When most people think of villains, they’re envisioning cloven hoofs and murderous intents. Stephen Dallas (John Boles), the husband of self-sacrificial mother, Stella Dallas (1937), would be unlikely to appear on any list of classic villains. Some might even consider him a nice guy—if they weren’t paying attention.
But on my latest viewing of the tearjerker, I wasn’t struck, as I usually am, by Stella’s modernity and her society’s desire to punish her for it. No, this time I kept observing just how completely AWFUL this man is, and how with a less monstrous husband, Stella (Barbara Stanywck) would have spent her middle age in daughter Laurel’s (Anne Shirley’s) sweet company, instead of off on her lonely, destitute own. Let’s review just how villainous this creep is:
- Ummm, Child Support?
Sure, Stephen splurges on his daughter, but only when she’s with him. When Stella and Laurel are on their own, their homespun clothing and Stella’s frequent repairs to it make evident they’re just scrimping by on the arrears of his salary, despite the fact that Stella and he never divorced.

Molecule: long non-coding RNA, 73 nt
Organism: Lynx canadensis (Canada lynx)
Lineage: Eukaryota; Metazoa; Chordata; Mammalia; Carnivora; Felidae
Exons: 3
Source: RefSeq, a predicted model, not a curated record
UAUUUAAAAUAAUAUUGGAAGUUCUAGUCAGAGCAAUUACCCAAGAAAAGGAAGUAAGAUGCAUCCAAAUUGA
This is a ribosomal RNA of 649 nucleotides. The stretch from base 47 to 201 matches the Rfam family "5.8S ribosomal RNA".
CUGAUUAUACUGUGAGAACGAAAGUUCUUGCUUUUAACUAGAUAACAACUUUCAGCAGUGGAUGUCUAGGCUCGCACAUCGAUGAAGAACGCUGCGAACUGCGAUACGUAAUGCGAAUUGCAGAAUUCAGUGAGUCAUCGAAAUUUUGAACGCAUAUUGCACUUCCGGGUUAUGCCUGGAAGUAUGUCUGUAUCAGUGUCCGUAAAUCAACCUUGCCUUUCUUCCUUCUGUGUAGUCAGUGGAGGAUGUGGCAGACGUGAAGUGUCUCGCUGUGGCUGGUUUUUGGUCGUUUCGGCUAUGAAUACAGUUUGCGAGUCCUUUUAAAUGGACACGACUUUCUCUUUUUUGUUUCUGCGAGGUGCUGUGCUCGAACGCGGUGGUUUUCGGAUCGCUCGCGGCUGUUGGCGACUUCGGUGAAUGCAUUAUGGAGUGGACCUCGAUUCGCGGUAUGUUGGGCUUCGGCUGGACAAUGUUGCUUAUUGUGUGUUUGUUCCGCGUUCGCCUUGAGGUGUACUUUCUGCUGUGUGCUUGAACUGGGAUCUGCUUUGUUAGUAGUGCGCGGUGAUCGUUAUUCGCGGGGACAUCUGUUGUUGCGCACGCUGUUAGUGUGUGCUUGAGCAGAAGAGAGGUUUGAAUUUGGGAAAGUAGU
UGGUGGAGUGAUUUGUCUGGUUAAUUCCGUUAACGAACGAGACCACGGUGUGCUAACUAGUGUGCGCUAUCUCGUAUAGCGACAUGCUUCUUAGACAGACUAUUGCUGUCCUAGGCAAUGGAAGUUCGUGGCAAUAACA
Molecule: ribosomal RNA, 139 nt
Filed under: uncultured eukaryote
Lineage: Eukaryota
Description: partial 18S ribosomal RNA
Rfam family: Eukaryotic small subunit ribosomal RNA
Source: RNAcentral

Meanwhile, he’s living it up in fine clothes with his wealthy girlfriend in New York, with his daughter only looking smart when she’s with him.
When Stella decides to experience the high life for a weekend, it’s not just her daughter’s embarrassment at her gauche behavior that’s crushing. It’s that she doesn’t get to enjoy the one time she gets something from her still-married-to-her husband. Watch her satisfaction as she takes care of herself after years of only spending money on her daughter:
And it’s all going to end with her shame, and her loss.
- He Wants to Change His Wife’s Character, But Thinks His Own Stuffy Self Perfect
Maybe going dancing right after childbirth was pushing it, but Stella’s efforts to enjoy herself afterward stem from her love for company and music and fun. Stephen; acting disgusted by the lack of refinement of others, but really stung with jealousy; can’t keep himself from looking down on those who entertain his wife.
The fact that he makes zero effort to amuse her himself doesn’t seem to cross his mind; apparently, his tedious business acquaintances are the only company he’ll allow his wife. Instead, he wants to correct her manners, her clothes, her wording. “I’ll take my usual lecture,” she says when she returns from the brief dance he allows her. As she rightly points out, he could use some correction himself. Surely, everyday kindness is good etiquette, right spoilsport? As she points out after he starts condescending to her (saying she needs to correct herself, “adapt” in order to be someone), apparently treatment she’s been enduring since their marriage: “How would it be for you to do a little adapting for a change? I don’t see you giving up anything.”
- He Invites His Daughter to Stay with Him & His Mistress